Nowadays, news of a British designer heading up a French couture house makes few waves. Stella, Alexander and Julien have all done their bit as British exports on the other side of the channel. But when John Galliano was appointed by the Givenchy label in 1995, it caused a major stir.
Born in Gibraltar in 1960, John moved to South London with his family when he was six years old. His interest in fashion was cultivated from an early age by his mother, who insisted that John dress in his Sunday best just to go to the corner shop, and it seemed a natural progression when he gained a place at the prestigious St Martins College of Art & Design. He earned a First in 1983, with his graduation collection causing such a splash that it had the world's fashion editors talking and was snapped up in its entirety by a chic London boutique.
Launching his own-name label in London the following year, the designer, whose clothes blend historical influence and contemporary trends, soon became a key name on the fashion scene. He was named British Designer of the Year in 1987, giving a well-needed boost to the UK's fashion industry. But the British capital was not fashionable enough for him and, three years later, the slightly-built son of a plumber moved his operation to Paris, in order to show at the ready-to-wear collections.
As his clothes became less deconstructed and more elegant, the grands fromages of Paris began to sit up and take notice. Soon a deal was cut with luxury conglomerate LVMH Moet Hennessy Louis Vuitton to help stave off financial problems threatening Galliano's own-name label. It proved a wise move as LVMH were also the owners of Givenchy, and saw the cachet an edgy British designer could bring to the slightly staid fashion house. He took over over from aristocratic designer Hubert de Givenchy - credited with giving Audrey Hepburn her chic image - who had spent 43 years designing fancy frocks for ladies who lunch. Galliano soon had those ladies choking on their carpaccio as he began to inject a new vigour into couture.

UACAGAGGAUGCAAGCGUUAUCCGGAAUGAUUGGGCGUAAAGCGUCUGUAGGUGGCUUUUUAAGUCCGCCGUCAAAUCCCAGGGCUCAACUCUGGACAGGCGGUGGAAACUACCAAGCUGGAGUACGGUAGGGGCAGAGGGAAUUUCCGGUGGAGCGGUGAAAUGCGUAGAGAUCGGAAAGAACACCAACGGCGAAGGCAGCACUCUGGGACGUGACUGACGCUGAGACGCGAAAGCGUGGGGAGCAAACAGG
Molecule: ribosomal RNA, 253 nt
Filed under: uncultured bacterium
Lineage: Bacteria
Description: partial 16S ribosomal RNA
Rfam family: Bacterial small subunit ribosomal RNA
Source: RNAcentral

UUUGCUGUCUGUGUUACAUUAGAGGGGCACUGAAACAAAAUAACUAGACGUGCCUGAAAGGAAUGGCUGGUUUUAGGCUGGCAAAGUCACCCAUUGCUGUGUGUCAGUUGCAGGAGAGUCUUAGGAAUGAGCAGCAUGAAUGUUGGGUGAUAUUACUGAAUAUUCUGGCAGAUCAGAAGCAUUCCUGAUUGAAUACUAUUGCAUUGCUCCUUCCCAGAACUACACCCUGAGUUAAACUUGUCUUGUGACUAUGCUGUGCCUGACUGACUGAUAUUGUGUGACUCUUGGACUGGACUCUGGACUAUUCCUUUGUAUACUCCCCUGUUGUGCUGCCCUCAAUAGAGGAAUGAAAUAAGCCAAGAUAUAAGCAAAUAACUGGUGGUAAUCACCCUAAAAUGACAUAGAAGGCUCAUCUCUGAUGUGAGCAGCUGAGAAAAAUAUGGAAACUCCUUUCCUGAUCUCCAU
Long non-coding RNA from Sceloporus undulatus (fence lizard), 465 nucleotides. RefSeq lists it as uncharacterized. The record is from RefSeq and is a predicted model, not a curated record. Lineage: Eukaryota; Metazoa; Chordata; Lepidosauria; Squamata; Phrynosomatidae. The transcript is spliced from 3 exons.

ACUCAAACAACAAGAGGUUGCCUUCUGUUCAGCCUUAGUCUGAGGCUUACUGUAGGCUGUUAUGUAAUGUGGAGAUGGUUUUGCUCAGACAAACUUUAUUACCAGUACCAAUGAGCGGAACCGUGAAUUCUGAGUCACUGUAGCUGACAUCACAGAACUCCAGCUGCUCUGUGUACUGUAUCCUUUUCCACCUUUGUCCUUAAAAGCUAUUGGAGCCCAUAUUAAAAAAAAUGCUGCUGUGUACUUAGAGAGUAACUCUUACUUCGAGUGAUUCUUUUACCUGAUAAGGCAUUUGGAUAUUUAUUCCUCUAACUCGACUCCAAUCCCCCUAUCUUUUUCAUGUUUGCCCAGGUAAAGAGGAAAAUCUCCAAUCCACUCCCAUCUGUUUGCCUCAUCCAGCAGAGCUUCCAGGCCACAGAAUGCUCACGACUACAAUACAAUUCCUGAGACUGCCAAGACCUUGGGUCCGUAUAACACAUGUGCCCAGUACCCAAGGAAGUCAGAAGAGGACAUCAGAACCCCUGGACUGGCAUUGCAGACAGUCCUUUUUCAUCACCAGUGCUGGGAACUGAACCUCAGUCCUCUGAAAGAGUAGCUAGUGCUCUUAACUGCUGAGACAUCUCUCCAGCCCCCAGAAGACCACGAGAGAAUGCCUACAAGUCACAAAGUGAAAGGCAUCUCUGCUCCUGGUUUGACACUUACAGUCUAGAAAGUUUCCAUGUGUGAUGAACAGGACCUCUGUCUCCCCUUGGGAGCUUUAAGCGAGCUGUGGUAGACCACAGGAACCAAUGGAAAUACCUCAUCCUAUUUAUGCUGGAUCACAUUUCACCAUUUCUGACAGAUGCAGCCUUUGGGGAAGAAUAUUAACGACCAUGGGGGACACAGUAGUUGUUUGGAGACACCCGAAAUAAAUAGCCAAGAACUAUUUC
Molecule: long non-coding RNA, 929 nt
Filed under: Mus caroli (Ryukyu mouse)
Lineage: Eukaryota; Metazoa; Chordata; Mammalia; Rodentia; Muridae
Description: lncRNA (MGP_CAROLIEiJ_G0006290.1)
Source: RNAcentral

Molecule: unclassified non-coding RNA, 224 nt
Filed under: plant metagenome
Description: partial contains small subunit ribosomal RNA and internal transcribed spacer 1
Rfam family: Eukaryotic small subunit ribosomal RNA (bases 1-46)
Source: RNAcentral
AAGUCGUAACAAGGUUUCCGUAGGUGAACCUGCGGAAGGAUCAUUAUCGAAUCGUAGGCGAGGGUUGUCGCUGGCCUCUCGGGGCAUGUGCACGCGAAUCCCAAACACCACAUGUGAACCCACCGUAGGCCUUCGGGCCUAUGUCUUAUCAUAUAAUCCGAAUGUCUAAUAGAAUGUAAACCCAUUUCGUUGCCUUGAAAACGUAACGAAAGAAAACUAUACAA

Just one year on, Galliano was offered the top creative job at Christian Dior, the crème de la crème of Paris fashion. His first collection, coinciding with the label's 50th anniversary in 1997, placed a whole raft of supermodels on the catwalk, and drew a new type of customer to the label. The idiosyncratic designer's work is so popular with the fashion crowd that many top models work the runways at his shows - he does six couture and ready-to-wear collections a year and a new mid-season own-name range - in return for his clothes.
After a spectacular run at the fashion house, his contract came to an abrupt end when he was dismissed for allegedly making anti-Semetic remarks to a couple while at a bar in Paris' Marais district. The incident, which occurred ahead of Paris Fashion Week in late February 2011, was investigated by police - while John himself vehemently denied all accusations of racism.
Despite his charge's denials, Dior's president Sidney Toledano released a statement announcing the termination of his contract in light of the "odious behaviour" - which was also captured on camera by bystanders.
"I condemn most firmly the statements made by John Galliano which are total contradiction with the essential values that have always been defended by the House of Christian Dior," he said.